Complaints of abuse and neglect are quite common in nursing home facilities across the United States. From September 2013 to September 2014, the office of the Inspector General in Kentucky received 968 complaints related to certified nursing homes. According to Beth Fisher, OIG spokesperson, 203 allegations were found to be accurate following investigations.
Three former employees of Genesis Healthcare Edmonson Center Nursing Home in Brownsville, KY, have been collectively indicted on 72 criminal offenses.
Jerry Matthew Snyder of Leitchfield, KY, is charged with 14 counts of first-degree criminal abuse, knowingly abusing or neglecting an adult and fourth-degree assault, in addition to two counts of second-degree wanton endangerment.
Kelly Dalane Duvall, of Sweeden, KY, and Kayla Kinser of Leitchfield, are charged with four counts each of first-degree criminal abuse, knowingly abusing or neglecting an adult, fourth-degree assault, and two counts of second-degree wanton endangerment.
They are to be arraigned October 20, 2014 in Edmonson Circuit Court.
The family of Jessica Prunty, one of the named victims, is looking for answers. Tina Prunty spoke in an email, “For her to be abused by people we trusted, who have taken an oath not to harm their patients, especially helpless people under their care, is beyond devastating.”
Any reports of abuse are investigated and the employee is suspended immediately, according to Jeanne Moore, representative for Edmonson Center. If an employee is found guilty of inappropriate behavior toward the residents, he or she will be terminated Moore stated. In the meantime, the family of Jessica Prunty seeks justice.
A Call For Help
Fearing retaliation, most nursing home residents are reluctant to call out instances of abuse or neglect.
One resource that long-term care facility residents can take advantage of is the Barren River Long Term Care Ombudsman Program. It is comprised of twelve volunteers and two staff members who visit 30 facilities around the ten-county Barren River region. They visit each facility at least once every ninety days.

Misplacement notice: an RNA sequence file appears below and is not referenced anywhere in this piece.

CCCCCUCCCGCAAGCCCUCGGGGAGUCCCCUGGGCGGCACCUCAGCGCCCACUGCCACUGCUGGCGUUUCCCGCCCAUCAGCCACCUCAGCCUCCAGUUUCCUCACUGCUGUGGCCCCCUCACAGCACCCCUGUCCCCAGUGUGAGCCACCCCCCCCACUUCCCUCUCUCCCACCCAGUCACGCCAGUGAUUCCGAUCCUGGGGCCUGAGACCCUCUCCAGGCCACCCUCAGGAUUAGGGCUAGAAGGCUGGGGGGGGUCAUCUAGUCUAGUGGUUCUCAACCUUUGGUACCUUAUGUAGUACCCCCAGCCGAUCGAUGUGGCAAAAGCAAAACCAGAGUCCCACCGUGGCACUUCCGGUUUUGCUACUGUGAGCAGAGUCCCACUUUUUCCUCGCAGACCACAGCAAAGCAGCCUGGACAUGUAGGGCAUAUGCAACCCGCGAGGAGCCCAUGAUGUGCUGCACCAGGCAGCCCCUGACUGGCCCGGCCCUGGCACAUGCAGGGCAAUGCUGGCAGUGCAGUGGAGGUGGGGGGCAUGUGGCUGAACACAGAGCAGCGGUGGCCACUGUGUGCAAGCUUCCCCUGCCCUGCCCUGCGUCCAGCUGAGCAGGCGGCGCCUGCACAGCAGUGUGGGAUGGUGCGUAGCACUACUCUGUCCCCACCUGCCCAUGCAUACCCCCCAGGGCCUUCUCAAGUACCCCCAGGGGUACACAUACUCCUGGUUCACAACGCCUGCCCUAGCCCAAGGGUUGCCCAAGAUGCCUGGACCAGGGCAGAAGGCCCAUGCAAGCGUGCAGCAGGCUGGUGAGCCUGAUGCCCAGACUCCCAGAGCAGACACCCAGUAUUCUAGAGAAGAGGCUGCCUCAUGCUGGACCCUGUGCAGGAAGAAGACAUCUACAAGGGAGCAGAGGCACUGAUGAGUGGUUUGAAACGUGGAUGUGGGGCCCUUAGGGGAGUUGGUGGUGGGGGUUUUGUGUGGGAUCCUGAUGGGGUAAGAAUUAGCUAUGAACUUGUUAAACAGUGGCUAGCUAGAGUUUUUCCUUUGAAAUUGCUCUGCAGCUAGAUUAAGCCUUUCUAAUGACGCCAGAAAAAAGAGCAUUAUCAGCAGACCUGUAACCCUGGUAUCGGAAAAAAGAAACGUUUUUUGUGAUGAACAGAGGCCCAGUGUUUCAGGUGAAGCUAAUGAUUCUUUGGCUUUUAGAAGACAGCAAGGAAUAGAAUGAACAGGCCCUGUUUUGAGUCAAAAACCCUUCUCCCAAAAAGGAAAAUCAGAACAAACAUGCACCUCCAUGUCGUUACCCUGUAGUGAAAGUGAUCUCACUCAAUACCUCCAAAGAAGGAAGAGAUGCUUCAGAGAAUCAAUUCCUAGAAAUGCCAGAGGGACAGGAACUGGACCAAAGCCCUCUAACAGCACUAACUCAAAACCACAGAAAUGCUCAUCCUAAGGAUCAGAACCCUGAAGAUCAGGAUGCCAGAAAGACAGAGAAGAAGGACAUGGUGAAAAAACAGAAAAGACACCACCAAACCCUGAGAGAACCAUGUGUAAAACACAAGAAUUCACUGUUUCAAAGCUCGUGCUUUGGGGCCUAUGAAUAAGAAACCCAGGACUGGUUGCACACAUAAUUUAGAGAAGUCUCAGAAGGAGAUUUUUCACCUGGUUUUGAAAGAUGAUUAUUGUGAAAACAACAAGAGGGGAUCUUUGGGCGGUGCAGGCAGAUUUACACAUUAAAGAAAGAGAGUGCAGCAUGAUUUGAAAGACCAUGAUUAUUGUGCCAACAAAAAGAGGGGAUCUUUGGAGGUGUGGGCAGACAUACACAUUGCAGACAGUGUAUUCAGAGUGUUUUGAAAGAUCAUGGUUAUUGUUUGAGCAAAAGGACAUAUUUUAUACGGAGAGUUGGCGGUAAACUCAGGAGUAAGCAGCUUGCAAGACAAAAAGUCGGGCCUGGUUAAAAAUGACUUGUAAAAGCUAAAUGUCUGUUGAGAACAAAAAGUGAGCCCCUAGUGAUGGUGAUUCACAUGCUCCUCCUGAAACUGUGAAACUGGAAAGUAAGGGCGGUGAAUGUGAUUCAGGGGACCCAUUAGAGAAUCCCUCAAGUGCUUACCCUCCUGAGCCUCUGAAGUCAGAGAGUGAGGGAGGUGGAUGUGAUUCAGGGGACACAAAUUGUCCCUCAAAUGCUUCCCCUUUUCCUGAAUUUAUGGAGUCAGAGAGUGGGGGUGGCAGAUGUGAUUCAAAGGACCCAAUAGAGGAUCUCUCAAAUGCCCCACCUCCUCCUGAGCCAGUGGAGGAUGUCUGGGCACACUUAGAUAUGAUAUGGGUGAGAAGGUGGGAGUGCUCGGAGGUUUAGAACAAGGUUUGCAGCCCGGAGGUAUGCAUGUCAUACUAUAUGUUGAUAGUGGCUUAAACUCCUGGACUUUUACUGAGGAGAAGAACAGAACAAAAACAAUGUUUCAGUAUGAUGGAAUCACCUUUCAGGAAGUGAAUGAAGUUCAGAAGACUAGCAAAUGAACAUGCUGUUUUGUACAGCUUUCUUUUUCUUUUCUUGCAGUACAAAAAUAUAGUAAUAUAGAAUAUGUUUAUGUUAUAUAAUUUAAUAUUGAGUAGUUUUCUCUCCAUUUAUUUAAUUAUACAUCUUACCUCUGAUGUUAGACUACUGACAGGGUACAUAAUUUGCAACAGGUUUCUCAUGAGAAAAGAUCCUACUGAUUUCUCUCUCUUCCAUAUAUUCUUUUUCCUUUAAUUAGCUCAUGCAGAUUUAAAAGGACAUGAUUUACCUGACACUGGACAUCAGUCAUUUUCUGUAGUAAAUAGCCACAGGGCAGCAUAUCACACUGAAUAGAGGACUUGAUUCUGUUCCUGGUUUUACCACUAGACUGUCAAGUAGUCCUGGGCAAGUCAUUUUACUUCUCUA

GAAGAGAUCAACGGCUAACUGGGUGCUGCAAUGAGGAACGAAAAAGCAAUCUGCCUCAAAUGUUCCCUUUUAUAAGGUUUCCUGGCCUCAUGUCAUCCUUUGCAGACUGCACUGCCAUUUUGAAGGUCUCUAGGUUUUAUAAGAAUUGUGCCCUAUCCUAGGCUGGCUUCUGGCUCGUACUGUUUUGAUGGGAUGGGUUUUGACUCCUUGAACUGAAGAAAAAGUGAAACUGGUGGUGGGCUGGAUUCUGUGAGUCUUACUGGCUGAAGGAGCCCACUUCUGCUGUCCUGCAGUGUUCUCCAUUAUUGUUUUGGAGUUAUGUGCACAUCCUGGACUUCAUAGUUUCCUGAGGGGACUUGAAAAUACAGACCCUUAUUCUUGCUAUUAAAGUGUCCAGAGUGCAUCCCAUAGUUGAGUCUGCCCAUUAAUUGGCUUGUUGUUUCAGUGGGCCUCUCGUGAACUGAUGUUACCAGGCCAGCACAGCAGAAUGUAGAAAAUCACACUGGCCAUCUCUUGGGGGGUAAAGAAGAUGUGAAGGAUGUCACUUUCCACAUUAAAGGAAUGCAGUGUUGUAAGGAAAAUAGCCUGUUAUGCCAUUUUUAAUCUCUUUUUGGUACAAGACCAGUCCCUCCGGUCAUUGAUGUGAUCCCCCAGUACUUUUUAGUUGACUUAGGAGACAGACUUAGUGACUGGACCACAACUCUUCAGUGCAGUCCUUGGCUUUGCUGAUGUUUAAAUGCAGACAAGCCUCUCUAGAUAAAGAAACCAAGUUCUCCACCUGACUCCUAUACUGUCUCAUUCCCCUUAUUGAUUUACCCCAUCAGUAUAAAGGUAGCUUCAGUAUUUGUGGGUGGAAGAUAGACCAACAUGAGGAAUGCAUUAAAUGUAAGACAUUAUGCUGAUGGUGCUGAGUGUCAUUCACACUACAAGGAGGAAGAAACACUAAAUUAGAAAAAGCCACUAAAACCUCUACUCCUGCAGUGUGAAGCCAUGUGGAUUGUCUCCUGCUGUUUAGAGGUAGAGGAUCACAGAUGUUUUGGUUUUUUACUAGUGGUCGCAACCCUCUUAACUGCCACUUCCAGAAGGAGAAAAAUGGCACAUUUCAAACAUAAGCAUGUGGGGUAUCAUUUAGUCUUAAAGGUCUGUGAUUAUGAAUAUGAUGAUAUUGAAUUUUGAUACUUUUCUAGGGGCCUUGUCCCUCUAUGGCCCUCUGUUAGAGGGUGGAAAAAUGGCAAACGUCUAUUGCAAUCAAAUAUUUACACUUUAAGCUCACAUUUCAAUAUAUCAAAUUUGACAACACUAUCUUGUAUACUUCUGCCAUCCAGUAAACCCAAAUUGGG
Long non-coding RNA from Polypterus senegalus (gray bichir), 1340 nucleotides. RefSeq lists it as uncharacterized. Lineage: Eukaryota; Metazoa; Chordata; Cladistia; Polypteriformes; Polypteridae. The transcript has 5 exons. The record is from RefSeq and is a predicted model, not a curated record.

The volunteers are grouped into two sections. One group is known as the “friendly visitors” who socialize with residents. The second group is comprised of state-certified volunteers who investigate complaints they receive from residents.
In the Edmonson Center case, Teresa Whitaker, a volunteer for the Barren River Long Term Care Ombudsman Program was notified. Once Whitaker was notified, she contacted the state ombudsman’s office. The Kentucky Attorney General’s Office and state inspector general’s office were made aware of the situation, which led to an investigation by the Kentucky State Police.
The Need For Change
The founder of Kentuckians for Nursing Home Reform, Bernie Vonderheide, feels under-staffing is at the root of many incidences of abuse and neglect in the nursing homes. A lack of registered nurses, licensed practical nurses, and nurse’s aides reduces the quality of service that residents receive, according to Vonderheide.
“It’s just a simple thing of when you ring your bell for help, and there’s no one to help,” Vonderheide said. “It’s not because they don’t want to help you. There’s not enough there to answer the call.”
“What we would like to see and what most studies say should be, is a ratio of front-line caregivers to residents of five to one, one caregiver for every five patients on the day shift,” Vonderheide expressed. “We want the nursing homes to make a good profit, but we don’t want them to make it on the backs of residents they’re supposed to be taking care of.”
Although his organization has lobbied for reform, legislation for requiring minimum staffing has stalled. Several reforming aspects of long-term care brought to the General Assembly have failed in the past few years. A bill did not pass that would include FBI fingerprint criminal background checks in addition to the mandatory state background checks for prospective long-term care employees. Another legislation developing medical review panels that would hear complaints against facilities has not passed within the last few years.
Gladstein Law Firm stands ready to help you. If someone you love has been affected by neglect or abuse in a nursing home facility, contact Gladstein Law Firm, PLLC as soon as possible. We provide a free consultation from which we can review your situation, inform you of your legal rights and options, and work to help your loved one seek the compensation to which they may be entitled. Call us today or fill out our contact form and we will get back with you soon!